the party should emphasise its commitment to localism in one of the most suffocatingly centralised states in the developed world. The two big parties both nod earnestly in support of devolved decision-making – and then promote policies that hoard power in Whitehall.
The government’s decade-long refusal to reform local government finance speaks eloquently to its determination that city, town and parish councils do nothing but what they are told by the Treasury. Mr Cameron’s response is to pretend that the best way to reinvigorate local decision-making is to encourage referendums to cap the council tax.
There is similar space in the clash between civil liberties and an increasingly authoritarian state. This is not just about opposing the extension of pre-charge detention limits for suspected terrorists or dangerously illiberal identity cards. As important is a sustained assault on the ethos that says the state can gather more and more data on every citizen – and use that information as it pleases. The mislaid personal details of 25m taxpayers represents the tip of a very big iceberg.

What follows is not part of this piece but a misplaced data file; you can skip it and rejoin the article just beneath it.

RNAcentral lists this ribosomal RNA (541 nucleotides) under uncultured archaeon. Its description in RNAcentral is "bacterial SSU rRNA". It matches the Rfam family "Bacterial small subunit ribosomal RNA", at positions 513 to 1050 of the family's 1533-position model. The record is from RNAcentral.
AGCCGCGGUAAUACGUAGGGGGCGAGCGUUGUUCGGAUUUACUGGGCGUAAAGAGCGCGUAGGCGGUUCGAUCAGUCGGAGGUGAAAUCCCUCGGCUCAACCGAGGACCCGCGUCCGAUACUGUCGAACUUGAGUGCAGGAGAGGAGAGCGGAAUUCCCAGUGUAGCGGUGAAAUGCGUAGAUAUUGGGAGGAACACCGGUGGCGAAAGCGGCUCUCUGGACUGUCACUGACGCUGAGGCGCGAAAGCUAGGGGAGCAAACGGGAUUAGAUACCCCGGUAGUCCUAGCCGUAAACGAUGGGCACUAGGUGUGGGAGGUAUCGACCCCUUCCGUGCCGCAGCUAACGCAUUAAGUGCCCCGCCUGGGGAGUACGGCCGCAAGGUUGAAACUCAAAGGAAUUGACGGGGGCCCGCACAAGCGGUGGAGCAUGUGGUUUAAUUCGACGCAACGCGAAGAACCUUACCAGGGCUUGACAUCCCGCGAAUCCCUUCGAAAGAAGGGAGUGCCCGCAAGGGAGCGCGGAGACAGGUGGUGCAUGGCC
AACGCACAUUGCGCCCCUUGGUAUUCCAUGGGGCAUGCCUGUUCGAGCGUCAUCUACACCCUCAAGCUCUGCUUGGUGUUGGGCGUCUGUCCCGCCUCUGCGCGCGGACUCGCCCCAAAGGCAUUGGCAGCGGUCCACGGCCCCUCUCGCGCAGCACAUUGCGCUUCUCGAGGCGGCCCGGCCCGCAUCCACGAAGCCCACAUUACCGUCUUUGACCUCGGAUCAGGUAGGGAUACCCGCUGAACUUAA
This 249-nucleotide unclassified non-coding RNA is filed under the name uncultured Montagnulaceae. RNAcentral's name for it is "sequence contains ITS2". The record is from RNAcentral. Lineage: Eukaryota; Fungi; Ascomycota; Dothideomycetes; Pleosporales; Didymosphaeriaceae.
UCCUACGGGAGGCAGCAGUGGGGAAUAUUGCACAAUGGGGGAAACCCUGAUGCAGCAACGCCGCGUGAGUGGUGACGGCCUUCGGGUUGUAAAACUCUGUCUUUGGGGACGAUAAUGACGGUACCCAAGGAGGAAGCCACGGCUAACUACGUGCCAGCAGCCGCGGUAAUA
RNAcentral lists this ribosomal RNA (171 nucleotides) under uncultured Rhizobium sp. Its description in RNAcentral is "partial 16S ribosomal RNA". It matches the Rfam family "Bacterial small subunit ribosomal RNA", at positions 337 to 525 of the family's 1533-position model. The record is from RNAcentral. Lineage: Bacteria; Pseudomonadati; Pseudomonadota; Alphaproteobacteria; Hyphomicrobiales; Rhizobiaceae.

Finally, the Liberal Democrats should promote the idea that pluralism can be the natural ally of fairness. With Mr Blair gone, Labour is slipping back into its default prejudice in favour of monolithic mediocrity in the provision of public services. The Conservatives still leave the suspicion that their preference for market-based disciplines is careless of the need for equity. There is room here for what Mr Blair would have called a third way: choice and diversity harnessed to the cause of fairness as well as excellence in publicly funded schools and hospitals.
All in all, this adds up to a distinctive, liberal manifesto. For all that the two main parties have been monopolising the headlines, there is still a large pool of uncommitted voters. The Liberal Democrats should keep it simple. They might learn, though, to be more careful with their leaders.
Monday, December 10, 2007
The FT's advice to the Lib Dems
And good advice it is too: